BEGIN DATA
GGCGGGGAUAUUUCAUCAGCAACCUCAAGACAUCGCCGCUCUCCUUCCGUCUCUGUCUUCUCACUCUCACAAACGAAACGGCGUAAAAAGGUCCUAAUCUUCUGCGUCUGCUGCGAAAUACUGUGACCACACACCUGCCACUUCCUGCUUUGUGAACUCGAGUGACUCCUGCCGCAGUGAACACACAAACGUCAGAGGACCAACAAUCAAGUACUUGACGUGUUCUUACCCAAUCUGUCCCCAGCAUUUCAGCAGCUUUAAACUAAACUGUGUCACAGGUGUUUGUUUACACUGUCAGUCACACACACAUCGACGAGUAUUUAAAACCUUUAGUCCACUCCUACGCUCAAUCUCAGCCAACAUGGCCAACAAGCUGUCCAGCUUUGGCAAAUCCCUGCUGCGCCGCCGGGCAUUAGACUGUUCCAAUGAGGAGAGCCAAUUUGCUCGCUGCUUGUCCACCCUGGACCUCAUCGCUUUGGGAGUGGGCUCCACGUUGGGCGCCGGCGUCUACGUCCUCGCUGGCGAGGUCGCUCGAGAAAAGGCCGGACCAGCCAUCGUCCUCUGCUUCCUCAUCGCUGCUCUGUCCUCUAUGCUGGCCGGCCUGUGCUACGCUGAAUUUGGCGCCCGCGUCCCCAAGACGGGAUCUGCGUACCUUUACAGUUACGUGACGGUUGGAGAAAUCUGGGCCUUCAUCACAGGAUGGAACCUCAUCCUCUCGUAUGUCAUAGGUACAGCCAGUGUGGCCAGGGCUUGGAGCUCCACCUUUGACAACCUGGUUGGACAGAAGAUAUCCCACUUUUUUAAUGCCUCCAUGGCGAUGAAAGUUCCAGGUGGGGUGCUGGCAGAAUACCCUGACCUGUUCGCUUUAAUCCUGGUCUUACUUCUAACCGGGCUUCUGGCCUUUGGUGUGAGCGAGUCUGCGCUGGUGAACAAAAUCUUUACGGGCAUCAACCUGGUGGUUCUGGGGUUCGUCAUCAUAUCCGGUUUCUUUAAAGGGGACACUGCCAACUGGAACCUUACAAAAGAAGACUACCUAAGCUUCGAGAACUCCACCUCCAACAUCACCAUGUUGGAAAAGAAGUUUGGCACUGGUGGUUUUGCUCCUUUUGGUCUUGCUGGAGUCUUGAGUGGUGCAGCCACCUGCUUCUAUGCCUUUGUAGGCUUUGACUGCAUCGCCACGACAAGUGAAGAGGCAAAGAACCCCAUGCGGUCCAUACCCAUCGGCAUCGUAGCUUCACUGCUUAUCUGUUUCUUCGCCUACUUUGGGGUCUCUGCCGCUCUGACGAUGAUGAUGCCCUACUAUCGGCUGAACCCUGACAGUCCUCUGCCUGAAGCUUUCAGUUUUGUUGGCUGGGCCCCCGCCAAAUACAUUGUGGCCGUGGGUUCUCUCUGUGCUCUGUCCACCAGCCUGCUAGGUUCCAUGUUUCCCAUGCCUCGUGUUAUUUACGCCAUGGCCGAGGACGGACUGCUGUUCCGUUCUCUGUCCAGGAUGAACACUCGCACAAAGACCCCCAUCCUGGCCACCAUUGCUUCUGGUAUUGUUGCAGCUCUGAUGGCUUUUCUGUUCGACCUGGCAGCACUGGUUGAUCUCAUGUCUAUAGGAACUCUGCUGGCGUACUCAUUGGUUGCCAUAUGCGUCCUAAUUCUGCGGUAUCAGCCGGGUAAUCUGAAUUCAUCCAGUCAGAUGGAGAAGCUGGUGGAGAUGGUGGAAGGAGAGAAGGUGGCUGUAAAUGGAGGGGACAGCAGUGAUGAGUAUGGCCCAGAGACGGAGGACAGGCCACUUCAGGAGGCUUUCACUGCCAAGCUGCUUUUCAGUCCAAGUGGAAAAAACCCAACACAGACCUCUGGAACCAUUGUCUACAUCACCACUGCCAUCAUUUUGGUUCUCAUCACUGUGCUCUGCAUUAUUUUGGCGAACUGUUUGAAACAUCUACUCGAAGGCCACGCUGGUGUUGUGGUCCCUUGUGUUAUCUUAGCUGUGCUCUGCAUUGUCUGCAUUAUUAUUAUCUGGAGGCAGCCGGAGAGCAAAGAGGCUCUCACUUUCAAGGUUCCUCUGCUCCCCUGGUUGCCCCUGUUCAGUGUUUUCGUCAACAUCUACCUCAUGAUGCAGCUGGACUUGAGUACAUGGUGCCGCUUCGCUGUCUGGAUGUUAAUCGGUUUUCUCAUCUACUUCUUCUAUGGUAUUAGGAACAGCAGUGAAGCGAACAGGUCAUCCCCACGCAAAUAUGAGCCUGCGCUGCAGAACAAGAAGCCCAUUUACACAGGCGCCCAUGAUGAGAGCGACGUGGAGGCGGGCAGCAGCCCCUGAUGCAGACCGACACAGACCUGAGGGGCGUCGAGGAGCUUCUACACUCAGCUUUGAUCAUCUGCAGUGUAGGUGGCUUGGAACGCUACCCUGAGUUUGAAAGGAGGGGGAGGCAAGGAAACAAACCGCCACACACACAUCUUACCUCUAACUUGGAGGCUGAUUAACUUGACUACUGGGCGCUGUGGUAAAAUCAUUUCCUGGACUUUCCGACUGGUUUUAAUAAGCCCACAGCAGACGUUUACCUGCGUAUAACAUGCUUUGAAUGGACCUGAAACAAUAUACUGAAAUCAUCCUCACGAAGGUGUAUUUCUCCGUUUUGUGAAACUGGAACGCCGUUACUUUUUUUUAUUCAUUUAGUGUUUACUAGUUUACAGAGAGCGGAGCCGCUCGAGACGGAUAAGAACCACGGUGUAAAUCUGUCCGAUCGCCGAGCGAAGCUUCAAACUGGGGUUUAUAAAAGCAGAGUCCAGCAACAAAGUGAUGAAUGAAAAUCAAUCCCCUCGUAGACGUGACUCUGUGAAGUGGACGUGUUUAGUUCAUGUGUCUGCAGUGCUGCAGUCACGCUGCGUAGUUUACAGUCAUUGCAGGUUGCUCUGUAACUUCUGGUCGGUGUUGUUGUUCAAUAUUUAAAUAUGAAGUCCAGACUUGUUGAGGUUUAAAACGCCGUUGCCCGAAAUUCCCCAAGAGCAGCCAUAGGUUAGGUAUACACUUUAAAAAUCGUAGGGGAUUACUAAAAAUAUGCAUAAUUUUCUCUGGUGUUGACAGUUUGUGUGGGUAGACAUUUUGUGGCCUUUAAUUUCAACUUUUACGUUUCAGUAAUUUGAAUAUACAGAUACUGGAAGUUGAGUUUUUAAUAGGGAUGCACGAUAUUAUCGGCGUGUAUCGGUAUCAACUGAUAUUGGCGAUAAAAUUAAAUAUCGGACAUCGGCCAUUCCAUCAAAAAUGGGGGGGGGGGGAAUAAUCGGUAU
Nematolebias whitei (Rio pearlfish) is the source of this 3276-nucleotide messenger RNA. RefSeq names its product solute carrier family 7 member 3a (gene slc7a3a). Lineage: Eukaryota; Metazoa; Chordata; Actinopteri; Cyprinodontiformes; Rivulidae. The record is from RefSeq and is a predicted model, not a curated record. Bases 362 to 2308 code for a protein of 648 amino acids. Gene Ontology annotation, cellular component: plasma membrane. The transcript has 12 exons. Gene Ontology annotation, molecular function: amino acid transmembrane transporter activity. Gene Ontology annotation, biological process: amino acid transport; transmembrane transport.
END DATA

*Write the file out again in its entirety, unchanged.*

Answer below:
GGCGGGGAUAUUUCAUCAGCAACCUCAAGACAUCGCCGCUCUCCUUCCGUCUCUGUCUUCUCACUCUCACAAACGAAACGGCGUAAAAAGGUCCUAAUCUUCUGCGUCUGCUGCGAAAUACUGUGACCACACACCUGCCACUUCCUGCUUUGUGAACUCGAGUGACUCCUGCCGCAGUGAACACACAAACGUCAGAGGACCAACAAUCAAGUACUUGACGUGUUCUUACCCAAUCUGUCCCCAGCAUUUCAGCAGCUUUAAACUAAACUGUGUCACAGGUGUUUGUUUACACUGUCAGUCACACACACAUCGACGAGUAUUUAAAACCUUUAGUCCACUCCUACGCUCAAUCUCAGCCAACAUGGCCAACAAGCUGUCCAGCUUUGGCAAAUCCCUGCUGCGCCGCCGGGCAUUAGACUGUUCCAAUGAGGAGAGCCAAUUUGCUCGCUGCUUGUCCACCCUGGACCUCAUCGCUUUGGGAGUGGGCUCCACGUUGGGCGCCGGCGUCUACGUCCUCGCUGGCGAGGUCGCUCGAGAAAAGGCCGGACCAGCCAUCGUCCUCUGCUUCCUCAUCGCUGCUCUGUCCUCUAUGCUGGCCGGCCUGUGCUACGCUGAAUUUGGCGCCCGCGUCCCCAAGACGGGAUCUGCGUACCUUUACAGUUACGUGACGGUUGGAGAAAUCUGGGCCUUCAUCACAGGAUGGAACCUCAUCCUCUCGUAUGUCAUAGGUACAGCCAGUGUGGCCAGGGCUUGGAGCUCCACCUUUGACAACCUGGUUGGACAGAAGAUAUCCCACUUUUUUAAUGCCUCCAUGGCGAUGAAAGUUCCAGGUGGGGUGCUGGCAGAAUACCCUGACCUGUUCGCUUUAAUCCUGGUCUUACUUCUAACCGGGCUUCUGGCCUUUGGUGUGAGCGAGUCUGCGCUGGUGAACAAAAUCUUUACGGGCAUCAACCUGGUGGUUCUGGGGUUCGUCAUCAUAUCCGGUUUCUUUAAAGGGGACACUGCCAACUGGAACCUUACAAAAGAAGACUACCUAAGCUUCGAGAACUCCACCUCCAACAUCACCAUGUUGGAAAAGAAGUUUGGCACUGGUGGUUUUGCUCCUUUUGGUCUUGCUGGAGUCUUGAGUGGUGCAGCCACCUGCUUCUAUGCCUUUGUAGGCUUUGACUGCAUCGCCACGACAAGUGAAGAGGCAAAGAACCCCAUGCGGUCCAUACCCAUCGGCAUCGUAGCUUCACUGCUUAUCUGUUUCUUCGCCUACUUUGGGGUCUCUGCCGCUCUGACGAUGAUGAUGCCCUACUAUCGGCUGAACCCUGACAGUCCUCUGCCUGAAGCUUUCAGUUUUGUUGGCUGGGCCCCCGCCAAAUACAUUGUGGCCGUGGGUUCUCUCUGUGCUCUGUCCACCAGCCUGCUAGGUUCCAUGUUUCCCAUGCCUCGUGUUAUUUACGCCAUGGCCGAGGACGGACUGCUGUUCCGUUCUCUGUCCAGGAUGAACACUCGCACAAAGACCCCCAUCCUGGCCACCAUUGCUUCUGGUAUUGUUGCAGCUCUGAUGGCUUUUCUGUUCGACCUGGCAGCACUGGUUGAUCUCAUGUCUAUAGGAACUCUGCUGGCGUACUCAUUGGUUGCCAUAUGCGUCCUAAUUCUGCGGUAUCAGCCGGGUAAUCUGAAUUCAUCCAGUCAGAUGGAGAAGCUGGUGGAGAUGGUGGAAGGAGAGAAGGUGGCUGUAAAUGGAGGGGACAGCAGUGAUGAGUAUGGCCCAGAGACGGAGGACAGGCCACUUCAGGAGGCUUUCACUGCCAAGCUGCUUUUCAGUCCAAGUGGAAAAAACCCAACACAGACCUCUGGAACCAUUGUCUACAUCACCACUGCCAUCAUUUUGGUUCUCAUCACUGUGCUCUGCAUUAUUUUGGCGAACUGUUUGAAACAUCUACUCGAAGGCCACGCUGGUGUUGUGGUCCCUUGUGUUAUCUUAGCUGUGCUCUGCAUUGUCUGCAUUAUUAUUAUCUGGAGGCAGCCGGAGAGCAAAGAGGCUCUCACUUUCAAGGUUCCUCUGCUCCCCUGGUUGCCCCUGUUCAGUGUUUUCGUCAACAUCUACCUCAUGAUGCAGCUGGACUUGAGUACAUGGUGCCGCUUCGCUGUCUGGAUGUUAAUCGGUUUUCUCAUCUACUUCUUCUAUGGUAUUAGGAACAGCAGUGAAGCGAACAGGUCAUCCCCACGCAAAUAUGAGCCUGCGCUGCAGAACAAGAAGCCCAUUUACACAGGCGCCCAUGAUGAGAGCGACGUGGAGGCGGGCAGCAGCCCCUGAUGCAGACCGACACAGACCUGAGGGGCGUCGAGGAGCUUCUACACUCAGCUUUGAUCAUCUGCAGUGUAGGUGGCUUGGAACGCUACCCUGAGUUUGAAAGGAGGGGGAGGCAAGGAAACAAACCGCCACACACACAUCUUACCUCUAACUUGGAGGCUGAUUAACUUGACUACUGGGCGCUGUGGUAAAAUCAUUUCCUGGACUUUCCGACUGGUUUUAAUAAGCCCACAGCAGACGUUUACCUGCGUAUAACAUGCUUUGAAUGGACCUGAAACAAUAUACUGAAAUCAUCCUCACGAAGGUGUAUUUCUCCGUUUUGUGAAACUGGAACGCCGUUACUUUUUUUUAUUCAUUUAGUGUUUACUAGUUUACAGAGAGCGGAGCCGCUCGAGACGGAUAAGAACCACGGUGUAAAUCUGUCCGAUCGCCGAGCGAAGCUUCAAACUGGGGUUUAUAAAAGCAGAGUCCAGCAACAAAGUGAUGAAUGAAAAUCAAUCCCCUCGUAGACGUGACUCUGUGAAGUGGACGUGUUUAGUUCAUGUGUCUGCAGUGCUGCAGUCACGCUGCGUAGUUUACAGUCAUUGCAGGUUGCUCUGUAACUUCUGGUCGGUGUUGUUGUUCAAUAUUUAAAUAUGAAGUCCAGACUUGUUGAGGUUUAAAACGCCGUUGCCCGAAAUUCCCCAAGAGCAGCCAUAGGUUAGGUAUACACUUUAAAAAUCGUAGGGGAUUACUAAAAAUAUGCAUAAUUUUCUCUGGUGUUGACAGUUUGUGUGGGUAGACAUUUUGUGGCCUUUAAUUUCAACUUUUACGUUUCAGUAAUUUGAAUAUACAGAUACUGGAAGUUGAGUUUUUAAUAGGGAUGCACGAUAUUAUCGGCGUGUAUCGGUAUCAACUGAUAUUGGCGAUAAAAUUAAAUAUCGGACAUCGGCCAUUCCAUCAAAAAUGGGGGGGGGGGGAAUAAUCGGUAU
Nematolebias whitei (Rio pearlfish) is the source of this 3276-nucleotide messenger RNA. RefSeq names its product solute carrier family 7 member 3a (gene slc7a3a). Lineage: Eukaryota; Metazoa; Chordata; Actinopteri; Cyprinodontiformes; Rivulidae. The record is from RefSeq and is a predicted model, not a curated record. Bases 362 to 2308 code for a protein of 648 amino acids. Gene Ontology annotation, cellular component: plasma membrane. The transcript has 12 exons. Gene Ontology annotation, molecular function: amino acid transmembrane transporter activity. Gene Ontology annotation, biological process: amino acid transport; transmembrane transport.